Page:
With no less than three State Parks and three golf courses, Wellesley is one of the largest islands in the St. Lawrence River. It’s accessible by driving over a hyper tall (150 feet) but super narrow bridge from Cape Vincent, NY, a US/Canada connector first christened by President Franklin Roosevelt in 1937.
Besides flora and fauna, there’s also a summer community of part-time residents that vacation on the southern tip in large Victorian homes with wrap-around porches and quaint fishing cottages. This is a retreat, a place to unwind, a hamlet of childhood homes that are passed down from generation to generation. Wild flowers of purple irises and yellow daisies border crumbling sidewalks and loose gravel roads.
Few people are hardy enough to brave winters on the island. My friend Marie escapes the din and dust of Delaware to vacation here in the warm months. She can vouch for the relentless isolation and blinding snow storms that hammer the St. Lawrence Seaway in the winter. But, in the summer, it’s a dream.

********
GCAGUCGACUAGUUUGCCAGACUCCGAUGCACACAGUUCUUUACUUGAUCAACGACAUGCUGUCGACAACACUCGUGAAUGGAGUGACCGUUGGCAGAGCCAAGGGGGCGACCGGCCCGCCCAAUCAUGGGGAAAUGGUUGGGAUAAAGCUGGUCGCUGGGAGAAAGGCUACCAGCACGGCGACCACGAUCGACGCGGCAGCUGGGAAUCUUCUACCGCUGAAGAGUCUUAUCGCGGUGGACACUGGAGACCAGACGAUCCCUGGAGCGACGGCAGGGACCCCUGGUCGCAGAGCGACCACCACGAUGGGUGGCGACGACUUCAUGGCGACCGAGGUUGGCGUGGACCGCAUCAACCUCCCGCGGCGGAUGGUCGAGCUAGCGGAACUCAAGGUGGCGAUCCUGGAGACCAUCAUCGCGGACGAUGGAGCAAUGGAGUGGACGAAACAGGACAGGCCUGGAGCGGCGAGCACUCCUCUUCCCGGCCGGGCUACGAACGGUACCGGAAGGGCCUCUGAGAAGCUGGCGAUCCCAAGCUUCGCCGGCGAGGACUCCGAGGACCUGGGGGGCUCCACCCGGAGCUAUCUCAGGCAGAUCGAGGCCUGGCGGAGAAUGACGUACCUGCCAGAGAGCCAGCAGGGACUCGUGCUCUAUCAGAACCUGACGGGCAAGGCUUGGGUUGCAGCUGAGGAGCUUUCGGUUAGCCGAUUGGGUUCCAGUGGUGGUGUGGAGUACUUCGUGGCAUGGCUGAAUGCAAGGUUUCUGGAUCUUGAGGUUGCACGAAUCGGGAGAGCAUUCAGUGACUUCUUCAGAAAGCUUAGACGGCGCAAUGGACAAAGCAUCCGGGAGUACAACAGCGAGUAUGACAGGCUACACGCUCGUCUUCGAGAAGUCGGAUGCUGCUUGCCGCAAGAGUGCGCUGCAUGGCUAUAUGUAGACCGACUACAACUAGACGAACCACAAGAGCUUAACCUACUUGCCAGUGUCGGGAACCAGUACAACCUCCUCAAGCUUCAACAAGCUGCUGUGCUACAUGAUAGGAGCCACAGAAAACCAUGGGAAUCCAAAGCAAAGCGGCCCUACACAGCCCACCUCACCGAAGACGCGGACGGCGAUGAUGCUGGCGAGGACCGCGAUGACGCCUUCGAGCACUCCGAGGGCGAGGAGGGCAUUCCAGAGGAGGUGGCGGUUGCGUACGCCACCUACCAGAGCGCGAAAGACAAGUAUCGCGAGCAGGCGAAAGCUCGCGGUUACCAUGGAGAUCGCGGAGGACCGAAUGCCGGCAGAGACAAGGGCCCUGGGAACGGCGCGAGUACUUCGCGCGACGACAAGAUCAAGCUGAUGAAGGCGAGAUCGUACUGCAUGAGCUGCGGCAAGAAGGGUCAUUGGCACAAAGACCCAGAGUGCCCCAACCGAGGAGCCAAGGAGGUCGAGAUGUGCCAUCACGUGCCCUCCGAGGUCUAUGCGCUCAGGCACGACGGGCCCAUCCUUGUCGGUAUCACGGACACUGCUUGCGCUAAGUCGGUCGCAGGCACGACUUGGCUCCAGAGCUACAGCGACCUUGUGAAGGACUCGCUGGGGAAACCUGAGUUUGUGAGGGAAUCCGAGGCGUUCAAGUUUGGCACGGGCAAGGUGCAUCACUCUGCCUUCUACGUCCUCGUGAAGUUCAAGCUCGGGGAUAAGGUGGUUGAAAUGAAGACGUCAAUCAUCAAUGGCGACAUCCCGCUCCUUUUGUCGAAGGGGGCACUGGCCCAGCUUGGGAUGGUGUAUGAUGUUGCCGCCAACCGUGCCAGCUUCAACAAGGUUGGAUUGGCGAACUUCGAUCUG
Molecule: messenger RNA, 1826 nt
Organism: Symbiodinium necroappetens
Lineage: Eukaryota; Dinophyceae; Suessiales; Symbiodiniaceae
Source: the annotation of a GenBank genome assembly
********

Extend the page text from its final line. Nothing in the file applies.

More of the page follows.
The district is referred to as The Thousand Island Park (TIP) and is listed on the National Register of Historic Places. Founded in 1875 as a Methodist tent city, the colony has manifested beyond its religious sentiment and is now a draw for anyone who likes to soak in history and the natural beauty.
We didn’t have time to dine but the grand Wellesley Hotel, built in 1903, with it’s renovated veranda and historic vibe, was busy with evening dinners. Marie’s son works as one of five cooks and returned home with a wad of tips and the smell of raw oysters.
The noble Tabernacle is still a center for rallies, arts and crafts, films and socializing. And, the Pavilion, once used to dock steamers and skiffs, is aging well thanks to a fresh coat of paint and meticulous maintenance.
Unlike its pious beginnings, visitors are welcome to visit without being charged an admission fee. Enjoy a Saturday at the Farmer’s Market, or fly a kite on the Gazebo Green or peruse history at the TIP museum or bring your binoculars and cheer on the Regatta Fun Day.